After months of anticipation, I finally got to see Disney's "The Princess and the Frog" on opening day! This, of course, was a monumental moment for Disney princess-kind since this movie was the first to feature black royalty (both Prince Naveen and the destined-to-become Princess Tiana).
As soon as I heard about the movie, I thought about how fun it would be to take Baby C to go see it. Of course, depending on her age, she may not be fully cognizant of why the movie is so socially important; but it was so cute, she certainly enjoy it nonetheless!
In spite of the historic implications of the characters in regards to race, what I appreciated most about the movie was the fact that race didn't really come up at all, in the sense that it was not overtly mushed in one's face. True, the young Tiana does befriend the spoiled, rich white Southern-belle-in-making, Charlotte, who constantly demands gifts and favors from the willingly manipulated "Big Daddy" (her fabulously wealthy father); however, the film does not really explore the often dark and horribly unbalanced nature of such relationships historically. Instead, Tiana and Charlotte (Lottie) seem to be able to forge a true friendship as they grow older even though their socio-economic statuses should have separated them long ago.
The more serious undertones aside, the main message of the film centers on Tiana's dream of opening her own restaurant, just like her beloved, deceased father always wanted. She works several jobs and long hours to save up the money for a down-payment on the building she and her father always wanted to refurbish. The only problem is that all of Tiana's hard work is keeping her from the most important thing life has to offer: love.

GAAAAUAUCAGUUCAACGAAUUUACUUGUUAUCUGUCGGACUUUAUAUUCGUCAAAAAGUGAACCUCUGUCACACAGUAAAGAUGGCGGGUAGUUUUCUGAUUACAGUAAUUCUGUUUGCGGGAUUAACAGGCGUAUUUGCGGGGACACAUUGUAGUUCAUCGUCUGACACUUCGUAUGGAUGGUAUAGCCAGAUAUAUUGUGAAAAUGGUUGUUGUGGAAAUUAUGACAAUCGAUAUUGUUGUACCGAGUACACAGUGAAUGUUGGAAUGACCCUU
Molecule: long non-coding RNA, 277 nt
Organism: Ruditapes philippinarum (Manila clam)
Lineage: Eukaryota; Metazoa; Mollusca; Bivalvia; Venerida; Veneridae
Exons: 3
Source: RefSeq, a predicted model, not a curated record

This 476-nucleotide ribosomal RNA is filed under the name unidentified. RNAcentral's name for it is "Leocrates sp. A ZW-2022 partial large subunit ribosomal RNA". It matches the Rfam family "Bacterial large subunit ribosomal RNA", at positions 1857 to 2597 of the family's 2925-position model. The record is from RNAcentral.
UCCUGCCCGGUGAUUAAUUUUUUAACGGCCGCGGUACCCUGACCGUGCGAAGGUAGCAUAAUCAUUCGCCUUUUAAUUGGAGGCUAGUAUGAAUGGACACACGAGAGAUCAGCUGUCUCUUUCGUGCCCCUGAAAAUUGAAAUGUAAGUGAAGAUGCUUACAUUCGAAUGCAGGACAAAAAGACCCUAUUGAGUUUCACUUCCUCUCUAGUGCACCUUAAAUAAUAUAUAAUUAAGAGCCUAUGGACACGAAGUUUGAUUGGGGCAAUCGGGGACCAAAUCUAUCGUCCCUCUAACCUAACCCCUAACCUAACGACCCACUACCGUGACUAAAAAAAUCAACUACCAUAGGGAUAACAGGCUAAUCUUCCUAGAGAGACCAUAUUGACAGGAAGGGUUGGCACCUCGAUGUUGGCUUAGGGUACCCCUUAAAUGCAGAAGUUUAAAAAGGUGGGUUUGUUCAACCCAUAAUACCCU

I won't spoil the ending for those of you who haven't seen it, but suffice it to say that in the end, Tiana learns that with love and determination, you truly can have all that your heart desires. It was a wonderful lesson for viewers of all ages - never give up on your dreams, but also never lose sight of what is truly important while you chase those dreams (friends, family, love, happiness).
While it was fun for me to watch my first Disney movie in over a decade, it would have been amazing to watch the movie with a child. In fact, all of the little kids in the theatre with us seemed to be reveling in the story and especially the music. It was fun to hear them squeal in delight and laugh at the jokes.
Later, I found a chart of sorts of all of the Disney princesses; it was so cool to see nearly every hair and eye color combination represented (something I really love about the fabulous "American Girl" doll and book collection). My hope is that in the future, race will be a fully transparent issue; that have an African American or Asian or redhead or Native American, etc. lead character won't be of any importance whatsoever; because we will not think of one another in the color spectrum to begin with. This is only the beginning!
So, to any and all considering watching this movie; I give you a whole-hearted "Go for it!" And check out the "princess chart" below - very cool!
Blessings and Love,